What You Should Know About Waterproof Fabrics Before Buying a Rain Jacket
As long as there has been rain, humans have been trying to avoid it. In our long relationship with precipitation, we’ve come up with inventive ways to keep ourselves dry (see: the umbrella, a contraption that dates back several millennia) and there now exists a sea of water-resistant fabrics to keep the stuff at bay. It’s evolved from fish oils and blubber (food as fashion!) to rubberized coats to futuristic three-layer techwear — each of them has its advantages and disadvantages. When you’re considering your next piece of outerwear, here’s what you need to know.
Waxed and Oiled Fabrics
Waxed fabrics first came on the slippery scene when European sailors discovered that wet sails performed better than dry sails. Applying fish oil (and eventually linseed oil) to the sailcloth resulted in sails that were equally efficient but significantly lighter than water-soaked sails. When sails began to wear down, the cloth was then repurposed as waterproof clothing. Today, waxed cotton fabrics are mostly made from paraffin, silicone, beeswax or soy-based oils.
- Long-lasting. With proper maintenance, waxed cotton fabrics have been known to last for years and even decades.
- Better with age. Waxed cotton fabrics develop a highly desirable patina, not unlike that of a well-faded pair of indigo-dyed blue jeans whereas synthetic technical fabrics keep their color and merely break down.
- Easily reparable. Because waxed fabrics are made with, for the most part, natural materials, they are easier to repair, lengthening the product’s lifespan. Synthetic materials and proprietary materials are more difficult to repair once they are damaged which lowers a products longevity.
- Heavy. Though sailors found an oiled sail to be lighter than water-soaked sails, oilcloth is noticeably heavier than their tech-forward counterparts and is a big reason why you don’t see more outdoor sports enthusiasts wearing them.
- Not as waterproof as other materials. As helpful as waxed fabrics can be in shedding rain, technologically has come a long way and has far surpassed the original waterproof fabric.
Long Haul Jacket by Taylor Stitch $188
Ashby Jacket by Barbour $415
Fieldmaster Jacket by Belstaff $595
Oilcloth Parka by Comme Des Garçons Homme $1360
Rubberized fabrics were developed by Charles Macintosh in the early 1800s. The Scottish chemist found a way to use rubber — harvested from the milk of rubber trees — to waterproof cotton fabrics, and the rainproof coat we know simply as a “Mac” was born. Today, Mackintosh still makes its coats the same way, but advancements in rubberized fabrics have spawned variations. While more traditional rubberized coats like Mackintosh use rubber material sandwiched between two layers of fabric, other coats are made with either plastic coating (either PVC or Polyurethane) sprayed onto fabric.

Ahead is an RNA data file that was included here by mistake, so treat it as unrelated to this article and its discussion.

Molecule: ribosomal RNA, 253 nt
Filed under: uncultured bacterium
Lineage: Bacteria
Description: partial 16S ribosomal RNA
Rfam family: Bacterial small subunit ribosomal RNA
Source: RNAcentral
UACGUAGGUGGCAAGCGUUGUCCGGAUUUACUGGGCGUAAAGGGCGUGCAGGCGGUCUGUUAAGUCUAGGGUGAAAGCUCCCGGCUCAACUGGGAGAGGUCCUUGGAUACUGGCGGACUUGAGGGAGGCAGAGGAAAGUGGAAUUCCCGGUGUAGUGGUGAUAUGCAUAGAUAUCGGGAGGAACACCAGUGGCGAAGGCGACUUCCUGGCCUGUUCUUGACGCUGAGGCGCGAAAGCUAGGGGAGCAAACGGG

- Highly waterproof. Rubberized fabrics are well-known for their waterproof capabilities and are notably more waterproof than waxed fabrics.
- Heavy and stiff. Rubberized fabrics tend to be heavier and have a stiff drape, making them uncomfortable for many people. Vinyl and other plastic-coated fabrics tend to be lighter and have a lighter drape than their rubberized counterparts, however.
- Low breathability. Rubberized fabrics, while extremely waterproof, lack breathability.
- Rubber eventually dries out and is irreparable. Over time, the rubber will lose its moisture and degrade. Though the hydrophobic coatings applied to rubberized and vinyl coats can be re-applied, damaged garments are more difficult to repair.
- Synthetics. Rainproof rubber and vinyl garments are coated with synthetic coatings which have been linked to harmful toxins.
EVA Adult Poncho by Red Ledge $7
Waterproof Hooded Long Rain Jacket by Rains $125
Stockholm Rain Coat by Stutterheim $295
Dunoon Classic Mac by Mackintosh $1119
The next evolution of waterproof materials came in 1969 with Gore-Tex. Building upon the layered designs of Mackintosh, Gore-Tex fabric was made of a membrane with pores small enough to prevent water droplets from penetrating but large enough to let water vapor escape. An exterior layer added a protective barrier between the elements and the delicate membrane while a soft inner layer bookended it for comfort. There are variations on this basic concept, each of which vary in its waterproofness and breathability.
- Extremely waterproof. Advancements in fabric technology has resulted in unprecedented waterproof capabilities.
- Breathable. These technological leaps in fabrics have also resulted in fabrics that repel rain while also remaining highly breathable, an elusive balance fabric developers continue to improve upon.
- Lightweight. Technical fabrics manage to shed water and weight. The combination of waterproofness, breathability and lightweight characteristics make products like Gore-Tex and eVent ideal for highly active outdoors sports like skiing and hiking.
- Lower durability. As far as technology has come, technical fabrics will not last nearly as long as waxed cotton fabric. A technical fabric’s DWR coating can be re-activated and re-applied with time, but because they’re made using synthetic materials, they can’t be repaired easily. Their lightweight characteristics also contribute to their lack of durability.
- Synthetic. Synthetic materials tend to be more difficult to repair as so much of the fabric is proprietary.
Minimalist Gore-Tex Waterproof Hooded Jacket by Marmot $189
Cloud Ridge Jacket by Patagonia $249
Gore-Tex Soutien Collar Coat by Nanamica $665
Packable Garment-Dyed Gore-Tex Hooded Jacket by Stone Island $1030
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